Lyn: Adjusting to multiple medicines – Positive outcomes that help people adjust

Listen to patients and health professionals speak about their experience with taking multiple medicines.

Age at interview: 67
Number of medicines: 1
Cultural background: British-Australian

Lyn has been able to maintain an active social life and increase her voluntary work because of her medicines.

I wouldn't be able to do what I do without my medication. I know that. It gives me the ability to go out and do my talks for COTA, they haven't affected my brain to the effect that I can't do something a bit more meaningful. I was looking to get more involved in health issues for older people and I spoke to COTA about it and then they've now made me a consumer advocate, so I'm going to be sitting on a couple of councils, to see how I go. 

These are my training wheels ones. My first meeting is next Monday, so I'm quite excited about that. My brain isn't at all to the fact that I can't cope with those sorts of things. I can read documents that are quite wordy and understand them and that was the thing that I was afraid of, that it may affect me to the effect that I couldn't cope mentally with some task that I wanted to do and I'm very happy that my talks with COTA have shown me that I've got the ability to do that, because I write my own sessions after a plan and, depending on which group I'm talking to, I change those sessions around and I'm able to do that with no difficulty whatsoever and I'm really looking forward to taking on a bit more mental work, something that's got to make me think more clearly and these medications haven't stopped me from doing that.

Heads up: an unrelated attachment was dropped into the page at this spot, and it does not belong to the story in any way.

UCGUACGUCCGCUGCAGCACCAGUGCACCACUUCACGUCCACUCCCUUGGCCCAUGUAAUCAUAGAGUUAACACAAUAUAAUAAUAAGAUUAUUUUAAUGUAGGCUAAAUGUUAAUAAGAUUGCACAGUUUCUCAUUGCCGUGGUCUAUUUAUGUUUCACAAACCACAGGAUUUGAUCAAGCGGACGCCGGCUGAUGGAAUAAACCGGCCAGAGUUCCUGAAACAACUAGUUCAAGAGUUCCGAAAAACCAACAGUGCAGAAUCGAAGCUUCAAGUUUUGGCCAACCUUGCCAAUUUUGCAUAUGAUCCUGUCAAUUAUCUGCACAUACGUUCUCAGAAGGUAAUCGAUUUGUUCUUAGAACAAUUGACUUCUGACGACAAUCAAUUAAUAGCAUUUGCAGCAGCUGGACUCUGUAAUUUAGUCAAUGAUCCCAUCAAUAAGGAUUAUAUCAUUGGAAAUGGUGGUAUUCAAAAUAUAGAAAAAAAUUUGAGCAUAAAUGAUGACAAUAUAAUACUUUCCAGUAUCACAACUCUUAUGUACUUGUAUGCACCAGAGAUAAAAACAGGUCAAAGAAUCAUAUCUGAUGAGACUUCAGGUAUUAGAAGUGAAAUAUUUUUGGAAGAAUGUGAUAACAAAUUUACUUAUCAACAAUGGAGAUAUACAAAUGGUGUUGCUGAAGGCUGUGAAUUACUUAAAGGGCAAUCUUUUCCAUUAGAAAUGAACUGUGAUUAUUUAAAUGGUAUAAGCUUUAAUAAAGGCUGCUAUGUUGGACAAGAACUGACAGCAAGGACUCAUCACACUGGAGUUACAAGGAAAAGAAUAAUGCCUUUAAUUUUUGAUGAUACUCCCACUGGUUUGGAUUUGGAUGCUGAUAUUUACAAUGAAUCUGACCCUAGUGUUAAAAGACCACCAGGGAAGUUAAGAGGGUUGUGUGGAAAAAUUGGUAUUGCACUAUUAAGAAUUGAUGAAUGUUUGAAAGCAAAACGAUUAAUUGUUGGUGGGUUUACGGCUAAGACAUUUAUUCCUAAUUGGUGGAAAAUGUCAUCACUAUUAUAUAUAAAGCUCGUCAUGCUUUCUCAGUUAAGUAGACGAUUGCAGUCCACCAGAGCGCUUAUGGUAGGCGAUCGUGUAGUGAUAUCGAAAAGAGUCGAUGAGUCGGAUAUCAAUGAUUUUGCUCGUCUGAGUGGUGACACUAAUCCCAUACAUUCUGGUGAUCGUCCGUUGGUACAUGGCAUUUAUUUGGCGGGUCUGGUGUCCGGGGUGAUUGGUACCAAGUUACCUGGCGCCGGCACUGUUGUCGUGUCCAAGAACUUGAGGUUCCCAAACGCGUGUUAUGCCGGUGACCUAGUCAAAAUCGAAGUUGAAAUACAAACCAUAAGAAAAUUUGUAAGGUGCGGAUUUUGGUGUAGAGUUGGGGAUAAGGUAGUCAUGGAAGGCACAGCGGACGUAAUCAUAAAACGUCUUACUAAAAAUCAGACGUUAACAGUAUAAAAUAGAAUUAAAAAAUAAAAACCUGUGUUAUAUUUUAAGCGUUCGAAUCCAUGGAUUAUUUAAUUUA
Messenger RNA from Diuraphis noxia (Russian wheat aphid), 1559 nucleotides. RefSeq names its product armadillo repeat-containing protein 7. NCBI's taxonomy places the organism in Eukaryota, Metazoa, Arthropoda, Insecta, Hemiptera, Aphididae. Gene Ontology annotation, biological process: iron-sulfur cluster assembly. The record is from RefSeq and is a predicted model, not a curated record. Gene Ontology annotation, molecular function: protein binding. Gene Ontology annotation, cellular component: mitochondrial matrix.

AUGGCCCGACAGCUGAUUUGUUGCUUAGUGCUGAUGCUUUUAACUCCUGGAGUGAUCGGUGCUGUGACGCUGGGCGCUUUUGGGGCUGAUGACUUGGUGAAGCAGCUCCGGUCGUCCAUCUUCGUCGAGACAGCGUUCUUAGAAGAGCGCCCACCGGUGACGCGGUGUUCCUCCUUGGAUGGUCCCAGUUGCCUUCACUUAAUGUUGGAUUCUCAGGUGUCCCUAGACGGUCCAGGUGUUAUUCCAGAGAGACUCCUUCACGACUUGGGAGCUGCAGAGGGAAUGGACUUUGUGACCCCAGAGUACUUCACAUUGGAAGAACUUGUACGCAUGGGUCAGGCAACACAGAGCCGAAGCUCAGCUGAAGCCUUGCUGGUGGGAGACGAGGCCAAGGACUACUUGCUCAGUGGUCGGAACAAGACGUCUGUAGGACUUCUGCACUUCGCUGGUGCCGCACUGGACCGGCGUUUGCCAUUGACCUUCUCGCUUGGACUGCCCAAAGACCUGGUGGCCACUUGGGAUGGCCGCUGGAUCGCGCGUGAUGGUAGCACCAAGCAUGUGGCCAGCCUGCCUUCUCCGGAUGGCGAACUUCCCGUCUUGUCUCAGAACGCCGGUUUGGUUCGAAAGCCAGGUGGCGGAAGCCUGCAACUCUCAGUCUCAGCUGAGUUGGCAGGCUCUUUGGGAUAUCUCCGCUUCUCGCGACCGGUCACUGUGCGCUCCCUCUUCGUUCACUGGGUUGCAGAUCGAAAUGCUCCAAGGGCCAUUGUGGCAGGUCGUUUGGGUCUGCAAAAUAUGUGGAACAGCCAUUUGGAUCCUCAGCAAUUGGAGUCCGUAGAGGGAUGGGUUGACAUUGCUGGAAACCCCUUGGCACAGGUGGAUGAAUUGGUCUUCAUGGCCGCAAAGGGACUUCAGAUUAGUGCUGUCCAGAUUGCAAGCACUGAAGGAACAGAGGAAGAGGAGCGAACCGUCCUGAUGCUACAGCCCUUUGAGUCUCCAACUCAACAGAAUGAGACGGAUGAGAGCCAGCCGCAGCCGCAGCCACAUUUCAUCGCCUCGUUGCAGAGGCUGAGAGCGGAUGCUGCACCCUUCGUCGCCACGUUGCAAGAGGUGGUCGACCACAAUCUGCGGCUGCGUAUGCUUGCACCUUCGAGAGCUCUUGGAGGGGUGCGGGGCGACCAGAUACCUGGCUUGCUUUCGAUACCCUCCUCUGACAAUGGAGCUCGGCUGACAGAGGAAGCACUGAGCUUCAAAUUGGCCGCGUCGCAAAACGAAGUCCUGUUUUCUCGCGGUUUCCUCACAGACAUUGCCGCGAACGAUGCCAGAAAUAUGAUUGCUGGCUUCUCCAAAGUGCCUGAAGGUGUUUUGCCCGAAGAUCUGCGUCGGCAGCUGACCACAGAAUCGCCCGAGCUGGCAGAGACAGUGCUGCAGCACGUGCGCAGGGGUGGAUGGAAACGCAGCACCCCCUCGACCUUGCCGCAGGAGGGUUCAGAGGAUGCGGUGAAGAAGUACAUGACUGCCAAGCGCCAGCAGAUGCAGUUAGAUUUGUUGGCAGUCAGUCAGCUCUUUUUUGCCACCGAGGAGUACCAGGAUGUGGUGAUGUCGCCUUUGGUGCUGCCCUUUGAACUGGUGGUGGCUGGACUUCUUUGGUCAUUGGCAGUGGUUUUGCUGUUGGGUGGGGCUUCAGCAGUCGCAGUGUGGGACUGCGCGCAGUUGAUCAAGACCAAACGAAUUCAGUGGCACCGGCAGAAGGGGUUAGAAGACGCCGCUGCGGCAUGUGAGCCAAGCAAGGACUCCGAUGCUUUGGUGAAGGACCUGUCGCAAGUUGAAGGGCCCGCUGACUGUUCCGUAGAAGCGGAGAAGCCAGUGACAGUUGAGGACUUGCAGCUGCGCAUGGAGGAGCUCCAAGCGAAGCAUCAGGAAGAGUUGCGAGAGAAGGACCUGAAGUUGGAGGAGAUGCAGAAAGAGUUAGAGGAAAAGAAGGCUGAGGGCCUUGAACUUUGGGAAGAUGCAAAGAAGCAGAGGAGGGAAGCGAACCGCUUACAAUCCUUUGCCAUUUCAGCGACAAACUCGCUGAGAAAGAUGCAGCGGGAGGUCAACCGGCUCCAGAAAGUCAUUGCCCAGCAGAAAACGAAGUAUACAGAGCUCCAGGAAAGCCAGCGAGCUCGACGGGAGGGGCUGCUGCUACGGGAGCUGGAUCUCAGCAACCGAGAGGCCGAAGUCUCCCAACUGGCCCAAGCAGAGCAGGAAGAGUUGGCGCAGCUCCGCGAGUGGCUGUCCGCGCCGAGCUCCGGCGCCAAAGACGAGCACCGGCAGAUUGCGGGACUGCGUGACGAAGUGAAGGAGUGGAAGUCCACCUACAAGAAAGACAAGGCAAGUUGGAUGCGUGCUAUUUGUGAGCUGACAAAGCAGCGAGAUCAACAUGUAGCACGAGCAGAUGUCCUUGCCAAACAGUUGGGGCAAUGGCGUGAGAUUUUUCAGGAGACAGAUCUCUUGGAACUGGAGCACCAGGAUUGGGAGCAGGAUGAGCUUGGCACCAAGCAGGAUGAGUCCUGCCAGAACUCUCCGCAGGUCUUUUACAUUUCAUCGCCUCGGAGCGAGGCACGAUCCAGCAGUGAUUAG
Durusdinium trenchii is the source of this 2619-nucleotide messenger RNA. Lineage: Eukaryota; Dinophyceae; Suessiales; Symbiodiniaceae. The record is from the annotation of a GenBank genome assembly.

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The Living with multiple medicines project was developed in collaboration with Healthtalk Australia.